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We’ve emasculated our education system

Little over a month ago, there was a release of the national ranking for high schools in Jamaica based on the results of the Caribbean Secondary Education Certificate (CSEC) by Educate Jamaica. To be honest, after perusal of the standings, I must admit that I am rather worried. While I congratulate the performance of institutions right across the island, I do have some serious concerns about our all-boys institutions and the results of our boys in general.

How the schools are ranked is a clear indication of the fact that the education system is stocked against males, with greater interest being placed on areas that find more favour with females. We must look to change this. The way we go about educating boys must be revisited and the one-size-fits-all approach must be disbanded.

It is rather unfortunate that within the rankings only one all-male institution fell into the top 10 of the overall standings in 2016 Wolmer’s Boys’. Other schools such as Calabar High and Jamaica College, two premier high schools in Kingston, found themselves outside the top 20 schools.

Being a young educator, it is clear to me that greater passion is needed among the teachers within our all-boys institutions. In fact, a greater passion is needed across the education sector. Additionally, it can be found that for most teachers, because they are not happy with their circumstances within the system in terms of salary and other things, they do not bring much innovation and strategy to the way they educate our children.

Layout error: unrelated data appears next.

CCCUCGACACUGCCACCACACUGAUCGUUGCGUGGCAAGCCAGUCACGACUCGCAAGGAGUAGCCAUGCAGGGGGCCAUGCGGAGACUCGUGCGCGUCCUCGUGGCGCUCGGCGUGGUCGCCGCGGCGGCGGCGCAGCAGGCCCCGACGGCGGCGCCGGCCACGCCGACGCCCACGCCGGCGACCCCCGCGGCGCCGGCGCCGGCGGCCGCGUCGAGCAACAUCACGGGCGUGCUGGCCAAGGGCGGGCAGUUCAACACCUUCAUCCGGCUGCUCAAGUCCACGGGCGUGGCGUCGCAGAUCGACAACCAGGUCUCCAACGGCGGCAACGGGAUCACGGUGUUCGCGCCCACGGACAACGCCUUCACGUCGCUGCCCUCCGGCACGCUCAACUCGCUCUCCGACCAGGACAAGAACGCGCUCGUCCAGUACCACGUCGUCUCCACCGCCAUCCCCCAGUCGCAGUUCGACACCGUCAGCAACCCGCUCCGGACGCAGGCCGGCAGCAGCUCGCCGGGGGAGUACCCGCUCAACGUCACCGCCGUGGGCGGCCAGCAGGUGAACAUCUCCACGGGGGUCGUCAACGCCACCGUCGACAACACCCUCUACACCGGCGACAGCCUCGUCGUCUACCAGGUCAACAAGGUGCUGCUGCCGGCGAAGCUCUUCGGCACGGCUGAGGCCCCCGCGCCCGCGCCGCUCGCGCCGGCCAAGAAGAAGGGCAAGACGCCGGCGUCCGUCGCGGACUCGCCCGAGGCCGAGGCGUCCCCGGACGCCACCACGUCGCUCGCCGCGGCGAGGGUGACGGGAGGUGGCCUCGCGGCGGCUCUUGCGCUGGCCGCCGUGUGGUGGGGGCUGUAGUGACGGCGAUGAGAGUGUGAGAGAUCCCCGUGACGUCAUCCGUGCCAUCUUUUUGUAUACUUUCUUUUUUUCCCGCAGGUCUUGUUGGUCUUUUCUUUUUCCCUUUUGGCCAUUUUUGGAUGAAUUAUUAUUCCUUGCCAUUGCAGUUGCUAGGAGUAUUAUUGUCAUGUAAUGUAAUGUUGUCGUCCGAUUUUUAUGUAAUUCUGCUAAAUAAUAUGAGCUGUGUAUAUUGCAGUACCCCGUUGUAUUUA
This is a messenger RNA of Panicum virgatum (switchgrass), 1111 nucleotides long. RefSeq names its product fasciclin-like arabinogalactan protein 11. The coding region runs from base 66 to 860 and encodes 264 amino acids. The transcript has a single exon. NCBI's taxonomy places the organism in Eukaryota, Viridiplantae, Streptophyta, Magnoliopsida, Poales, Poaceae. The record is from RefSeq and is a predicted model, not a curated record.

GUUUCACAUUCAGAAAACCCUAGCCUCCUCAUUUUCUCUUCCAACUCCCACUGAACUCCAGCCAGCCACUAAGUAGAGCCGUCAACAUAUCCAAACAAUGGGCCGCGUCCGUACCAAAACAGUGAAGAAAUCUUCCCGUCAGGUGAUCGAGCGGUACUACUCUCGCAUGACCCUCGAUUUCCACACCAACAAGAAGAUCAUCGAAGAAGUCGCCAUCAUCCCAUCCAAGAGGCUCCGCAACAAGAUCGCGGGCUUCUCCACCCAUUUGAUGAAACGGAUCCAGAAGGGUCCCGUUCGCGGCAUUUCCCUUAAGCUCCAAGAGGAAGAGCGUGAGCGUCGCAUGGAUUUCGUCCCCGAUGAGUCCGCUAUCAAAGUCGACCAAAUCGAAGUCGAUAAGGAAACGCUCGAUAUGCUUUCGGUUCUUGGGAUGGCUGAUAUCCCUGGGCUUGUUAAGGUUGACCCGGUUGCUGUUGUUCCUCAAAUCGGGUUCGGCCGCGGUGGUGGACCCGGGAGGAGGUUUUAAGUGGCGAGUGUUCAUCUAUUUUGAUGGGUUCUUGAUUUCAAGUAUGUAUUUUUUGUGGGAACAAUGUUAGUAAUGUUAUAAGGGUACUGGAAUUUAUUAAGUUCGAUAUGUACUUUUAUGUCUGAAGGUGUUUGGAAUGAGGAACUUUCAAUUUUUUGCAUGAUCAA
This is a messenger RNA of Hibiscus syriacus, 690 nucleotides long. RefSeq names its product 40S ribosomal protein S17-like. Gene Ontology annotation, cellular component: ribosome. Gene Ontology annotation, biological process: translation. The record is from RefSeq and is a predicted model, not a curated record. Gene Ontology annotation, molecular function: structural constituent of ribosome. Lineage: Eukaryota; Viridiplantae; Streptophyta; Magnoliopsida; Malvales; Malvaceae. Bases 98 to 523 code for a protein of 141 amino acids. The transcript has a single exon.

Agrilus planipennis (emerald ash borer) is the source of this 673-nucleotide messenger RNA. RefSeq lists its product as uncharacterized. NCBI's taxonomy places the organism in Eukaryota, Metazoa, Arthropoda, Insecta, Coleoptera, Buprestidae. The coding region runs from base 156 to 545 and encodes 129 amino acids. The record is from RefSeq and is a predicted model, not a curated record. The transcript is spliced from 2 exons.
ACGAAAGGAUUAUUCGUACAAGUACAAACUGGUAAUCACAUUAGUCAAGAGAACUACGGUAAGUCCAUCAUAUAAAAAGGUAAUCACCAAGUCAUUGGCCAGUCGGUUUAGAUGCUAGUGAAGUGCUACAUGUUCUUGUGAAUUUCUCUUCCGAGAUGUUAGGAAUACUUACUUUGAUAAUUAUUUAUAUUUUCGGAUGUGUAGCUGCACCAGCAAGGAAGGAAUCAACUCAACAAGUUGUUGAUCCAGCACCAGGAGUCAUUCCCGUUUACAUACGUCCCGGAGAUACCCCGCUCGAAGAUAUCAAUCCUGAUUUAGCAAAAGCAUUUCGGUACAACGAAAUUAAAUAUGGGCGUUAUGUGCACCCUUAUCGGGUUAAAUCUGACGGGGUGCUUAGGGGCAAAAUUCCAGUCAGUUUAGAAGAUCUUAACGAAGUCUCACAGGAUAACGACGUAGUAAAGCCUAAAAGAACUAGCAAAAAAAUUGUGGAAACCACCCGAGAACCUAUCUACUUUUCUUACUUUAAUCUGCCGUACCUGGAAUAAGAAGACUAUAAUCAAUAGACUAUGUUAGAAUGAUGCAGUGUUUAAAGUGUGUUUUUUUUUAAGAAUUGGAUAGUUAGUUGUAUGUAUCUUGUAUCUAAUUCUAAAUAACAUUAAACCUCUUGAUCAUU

It is important to note that males learn differently, and educators and administrators must understand that and accept it. The teaching strategies cannot be the same. We have to be flexible in how we prepare our boys.

I understand that we are all human, and that everyone has a fair share of personal issues, but when teachers enter a classroom their personal problems should be left at the door. The students feed on the mood of their teacher, and if they sense disinterest from their educator, they’ll also be disinterested.

It may be the case that more male teachers are needed in our classrooms. The presence of additional male teachers may reflect positively on our male students. According to data made available by the Ministry of Education, less than 15 per cent of our teachers are male, and less than 10 per cent are at the early childhood and primary level.

Our boys are in trouble

According to available data, there are more girls than boys enrolled across all levels of the education system. When it comes to class attendance in co-ed institutions, more girls attend classes than boys. When did it become OK for our children to choose not to be educated?

Being given to the classroom experience, I am in a position to conclude that we have allowed our boys to feel as though they are too grown to be corrected or instructed, and this is an issue which starts from the home along with the community. The disciplinary approach taken at school must not differ at home, or this will cause problems when the teachers have to carry out disciplinary measures. It cannot be that there are clashing cultures between home and school.

Unfortunately, the performance of boys at all examinations, be it at Grade Six Achievement Test to Caribbean Secondary Education Certificate exams, is lower than that of girls. This, of course, leads to a major issue facing our education system in that boys have a higher dropout rate than girls. This will lead to a future society filled with emasculation.

It is a fallacy that our boys are slow or weak. If anything, they are just not motivated or simply bored; and frankly, the system we currently have neither motivates nor challenges them.

The education system needs to take a stroll into the 21st century. Do we realise boys tend to do better in the business and technical subjects? The system needs to be a little more centred on improving problem-solving skills, exploration of ideas, analysis, creativity, and innovative thinking. The system we inherited from our colonial masters no longer works for our boys.

If we truly intend on seeing our males perform at their best, we must look to gear them towards a curriculum that challenges their minds.